Five Lessons for Leaders in a World of Seismic Shifts

Recently, I attended my fifth Wharton Leadership Conference. The Wharton Leadership Program was founded in 1992 and re-examines traditional leadership education and teamwork turning out global leaders who know how to make a positive difference.

I am re-energized every time I attend this annual program, consisting of one jam-packed day of speakers from a variety of backgrounds. In past years, speakers have included CEOS for major brands, senior editors of famous newspapers (oh, the stories they told!), and others to compose an eclectic amalgamation of leadership ranging from the arts and photography, national forest rangers, world health organizations, military generals, and my all-time favorite, the senior project manager for the town of Copiapo during the Chilean mine disaster of 2010.

This year’s conference theme was “Leading in a World of Seismic Shifts” and as I listened intently for snippets of wisdom it occurred to me that today’s real estate industry, with its sharp elbows in the boardroom and added pressure to reach and exceed growth strategies, is not immune. In fact, “disruption” (another way of phrasing “seismic shifts”) has become the new normal in RE and the industry has become more daunting than ever. These seismic shifts require true leadership. Leadership that is bold, impactful, and measurable.

While this year’s speaker line-up was a strong as ever there was one speaker who stood out from the pack and has had an impact on my leadership methods. That speaker is Kat Cole, Chief Operating Officer and President of Focus Brands.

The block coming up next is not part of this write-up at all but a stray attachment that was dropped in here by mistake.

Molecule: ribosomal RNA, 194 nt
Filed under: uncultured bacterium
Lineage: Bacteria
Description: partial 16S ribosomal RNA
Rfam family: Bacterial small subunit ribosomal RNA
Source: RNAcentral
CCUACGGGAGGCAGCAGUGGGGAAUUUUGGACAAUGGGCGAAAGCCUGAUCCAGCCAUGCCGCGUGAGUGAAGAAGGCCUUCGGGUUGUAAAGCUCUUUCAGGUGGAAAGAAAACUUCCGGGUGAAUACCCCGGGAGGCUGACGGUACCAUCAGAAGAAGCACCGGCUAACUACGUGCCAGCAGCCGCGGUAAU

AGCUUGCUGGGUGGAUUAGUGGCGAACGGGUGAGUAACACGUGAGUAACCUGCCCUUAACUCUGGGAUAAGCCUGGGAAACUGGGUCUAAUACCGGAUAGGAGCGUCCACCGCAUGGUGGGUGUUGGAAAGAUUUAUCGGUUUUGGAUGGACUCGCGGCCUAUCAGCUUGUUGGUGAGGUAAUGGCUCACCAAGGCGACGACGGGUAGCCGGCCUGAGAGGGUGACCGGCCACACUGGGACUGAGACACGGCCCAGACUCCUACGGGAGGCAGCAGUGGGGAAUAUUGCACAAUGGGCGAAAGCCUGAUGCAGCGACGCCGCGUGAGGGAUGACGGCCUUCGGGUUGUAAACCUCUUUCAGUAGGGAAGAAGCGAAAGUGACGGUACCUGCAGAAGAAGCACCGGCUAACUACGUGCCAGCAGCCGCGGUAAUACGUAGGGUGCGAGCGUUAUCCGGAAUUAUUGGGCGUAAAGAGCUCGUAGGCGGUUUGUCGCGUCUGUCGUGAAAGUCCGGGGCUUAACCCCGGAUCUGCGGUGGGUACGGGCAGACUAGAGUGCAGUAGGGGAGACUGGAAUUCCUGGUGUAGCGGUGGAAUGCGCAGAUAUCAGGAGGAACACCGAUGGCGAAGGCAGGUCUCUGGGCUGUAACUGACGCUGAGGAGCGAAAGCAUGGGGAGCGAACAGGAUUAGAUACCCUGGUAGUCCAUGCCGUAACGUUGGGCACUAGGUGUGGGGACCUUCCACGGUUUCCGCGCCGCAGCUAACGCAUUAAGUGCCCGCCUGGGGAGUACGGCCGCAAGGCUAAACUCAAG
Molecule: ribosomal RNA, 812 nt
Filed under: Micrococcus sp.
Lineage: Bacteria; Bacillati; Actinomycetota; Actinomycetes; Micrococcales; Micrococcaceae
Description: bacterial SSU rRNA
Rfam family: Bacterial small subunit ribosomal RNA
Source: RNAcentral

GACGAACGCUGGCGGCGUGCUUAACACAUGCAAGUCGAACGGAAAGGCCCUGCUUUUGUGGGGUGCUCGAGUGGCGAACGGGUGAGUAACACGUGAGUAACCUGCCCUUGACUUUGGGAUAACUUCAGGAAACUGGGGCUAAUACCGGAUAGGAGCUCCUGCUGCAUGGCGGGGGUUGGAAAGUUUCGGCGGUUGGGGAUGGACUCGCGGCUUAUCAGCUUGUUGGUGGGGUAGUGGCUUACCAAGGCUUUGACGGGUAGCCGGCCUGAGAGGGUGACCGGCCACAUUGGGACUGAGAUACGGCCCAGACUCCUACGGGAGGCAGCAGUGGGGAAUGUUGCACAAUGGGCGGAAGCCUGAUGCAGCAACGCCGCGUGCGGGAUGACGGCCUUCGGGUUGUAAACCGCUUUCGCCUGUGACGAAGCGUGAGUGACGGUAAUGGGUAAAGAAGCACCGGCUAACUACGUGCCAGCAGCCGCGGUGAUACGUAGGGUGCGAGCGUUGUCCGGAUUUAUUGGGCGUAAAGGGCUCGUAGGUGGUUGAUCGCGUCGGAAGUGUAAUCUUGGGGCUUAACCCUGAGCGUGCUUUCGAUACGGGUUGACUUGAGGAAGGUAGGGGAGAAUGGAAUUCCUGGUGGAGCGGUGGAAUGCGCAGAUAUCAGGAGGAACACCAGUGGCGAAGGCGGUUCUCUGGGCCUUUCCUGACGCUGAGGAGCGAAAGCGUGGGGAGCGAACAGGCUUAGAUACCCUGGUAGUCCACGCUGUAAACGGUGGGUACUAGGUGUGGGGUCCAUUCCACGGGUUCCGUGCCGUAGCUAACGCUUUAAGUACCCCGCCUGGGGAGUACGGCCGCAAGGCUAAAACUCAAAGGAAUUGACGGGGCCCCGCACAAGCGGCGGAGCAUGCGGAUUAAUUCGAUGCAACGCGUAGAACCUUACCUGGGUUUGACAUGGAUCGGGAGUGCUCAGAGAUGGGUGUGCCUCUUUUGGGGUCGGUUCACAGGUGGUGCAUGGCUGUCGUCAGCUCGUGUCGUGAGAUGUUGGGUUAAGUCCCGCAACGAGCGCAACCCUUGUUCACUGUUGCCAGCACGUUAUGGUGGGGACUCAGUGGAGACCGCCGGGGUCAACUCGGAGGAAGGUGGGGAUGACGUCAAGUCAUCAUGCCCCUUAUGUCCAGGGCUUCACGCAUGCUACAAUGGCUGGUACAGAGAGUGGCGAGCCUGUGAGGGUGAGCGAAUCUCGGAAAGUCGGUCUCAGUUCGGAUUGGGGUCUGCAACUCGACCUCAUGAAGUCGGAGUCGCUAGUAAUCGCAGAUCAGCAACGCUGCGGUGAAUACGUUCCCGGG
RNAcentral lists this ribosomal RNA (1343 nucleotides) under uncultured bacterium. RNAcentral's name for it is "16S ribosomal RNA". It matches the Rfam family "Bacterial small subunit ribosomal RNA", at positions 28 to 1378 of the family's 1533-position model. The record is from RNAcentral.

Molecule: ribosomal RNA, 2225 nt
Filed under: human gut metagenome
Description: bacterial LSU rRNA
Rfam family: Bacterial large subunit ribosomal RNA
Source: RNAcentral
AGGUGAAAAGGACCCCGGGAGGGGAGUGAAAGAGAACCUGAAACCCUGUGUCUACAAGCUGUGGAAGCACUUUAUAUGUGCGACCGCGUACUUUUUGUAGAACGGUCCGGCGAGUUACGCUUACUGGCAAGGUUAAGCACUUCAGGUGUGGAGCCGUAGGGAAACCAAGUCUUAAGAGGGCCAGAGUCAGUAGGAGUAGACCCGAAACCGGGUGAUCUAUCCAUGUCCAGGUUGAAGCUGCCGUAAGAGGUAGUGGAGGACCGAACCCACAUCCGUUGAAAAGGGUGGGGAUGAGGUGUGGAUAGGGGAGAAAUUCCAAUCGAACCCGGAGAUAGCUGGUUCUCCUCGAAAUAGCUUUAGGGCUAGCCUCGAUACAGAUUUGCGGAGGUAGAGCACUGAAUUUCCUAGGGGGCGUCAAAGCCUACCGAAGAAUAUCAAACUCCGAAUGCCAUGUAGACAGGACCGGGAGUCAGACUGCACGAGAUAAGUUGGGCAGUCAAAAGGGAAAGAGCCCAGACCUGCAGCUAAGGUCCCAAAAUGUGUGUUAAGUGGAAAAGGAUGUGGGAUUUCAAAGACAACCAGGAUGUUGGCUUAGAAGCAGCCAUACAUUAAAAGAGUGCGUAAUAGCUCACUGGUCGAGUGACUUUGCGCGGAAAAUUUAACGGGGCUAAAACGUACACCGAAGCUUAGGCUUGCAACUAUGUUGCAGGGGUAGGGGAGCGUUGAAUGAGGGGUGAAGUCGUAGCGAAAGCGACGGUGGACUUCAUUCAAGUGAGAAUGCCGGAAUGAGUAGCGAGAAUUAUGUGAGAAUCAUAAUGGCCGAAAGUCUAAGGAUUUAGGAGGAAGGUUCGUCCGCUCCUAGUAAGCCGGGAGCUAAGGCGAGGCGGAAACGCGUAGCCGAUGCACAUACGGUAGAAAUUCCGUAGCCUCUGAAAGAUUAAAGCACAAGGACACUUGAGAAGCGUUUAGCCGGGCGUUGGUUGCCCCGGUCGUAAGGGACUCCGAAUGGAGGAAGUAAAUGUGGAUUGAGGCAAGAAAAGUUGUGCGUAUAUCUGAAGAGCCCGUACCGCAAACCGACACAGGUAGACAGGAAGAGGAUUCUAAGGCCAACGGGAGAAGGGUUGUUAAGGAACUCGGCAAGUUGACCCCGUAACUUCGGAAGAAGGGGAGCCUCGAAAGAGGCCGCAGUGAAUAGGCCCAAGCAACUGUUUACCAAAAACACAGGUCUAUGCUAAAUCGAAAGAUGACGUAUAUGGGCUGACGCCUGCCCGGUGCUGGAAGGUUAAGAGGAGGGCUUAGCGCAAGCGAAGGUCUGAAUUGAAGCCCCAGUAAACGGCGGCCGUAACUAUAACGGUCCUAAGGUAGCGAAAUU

In the session, Ms. Kole offered several valuable nuggets like “Seek venues in day-to-day leadership where you are different” or “Feel discomfort – courage only happens when you are in new situations” but let me share five lessons I took from Ms. Kole’s presentation. I hope they have a similar impact on you. 

1.    Leverage Influence Management.
Leading through command and control is no longer in vogue and the impact “people skills” have on morale and productivity should never be underestimated. Good leaders influence by identifying the “coalition of the willing” to navigate imminent and difficult change. These key team members will advocate for change on your behalf.

2.    Insert yourself on the front line.
No blinders. EVER. Know the truth about your organization. This will likely require working in the field and the boardroom. The front line means late nights, early mornings, and taking some blows from your people. Commitment is everything and this is where value meets revenue recognition.

3.    Don’t be afraid to say “no”.
All good leaders need this word in their vocabulary. Always address the reality honestly with stakeholders, employees, and customers alike. When was the last time you dared to be unpopular? Do that!

4.    Present alternatives.
There are always alternatives. Keep in mind, while important to share alternatives, conveying them requires finesse or you can easily muddy your message. Always be decisive and present the most compelling alternative.

5.    H.C.C.C.
Humility, Curiosity, Courage, and Confidence are the four most critical attributes of a leader. Leadership is about balance. Don’t be afraid to rebalance and reflect periodically. It will make you a better leader and a better person. Also, be open to unexpected alliances to help you reach your goals.

If inclined, I recommend reading up on Ms. Kole’s career. In her session, she conveyed her remarkable leadership experience with incredible energy and passion. Powerful stuff.

Robert Hess
Vice Chairman, Global Strategy Team Lead

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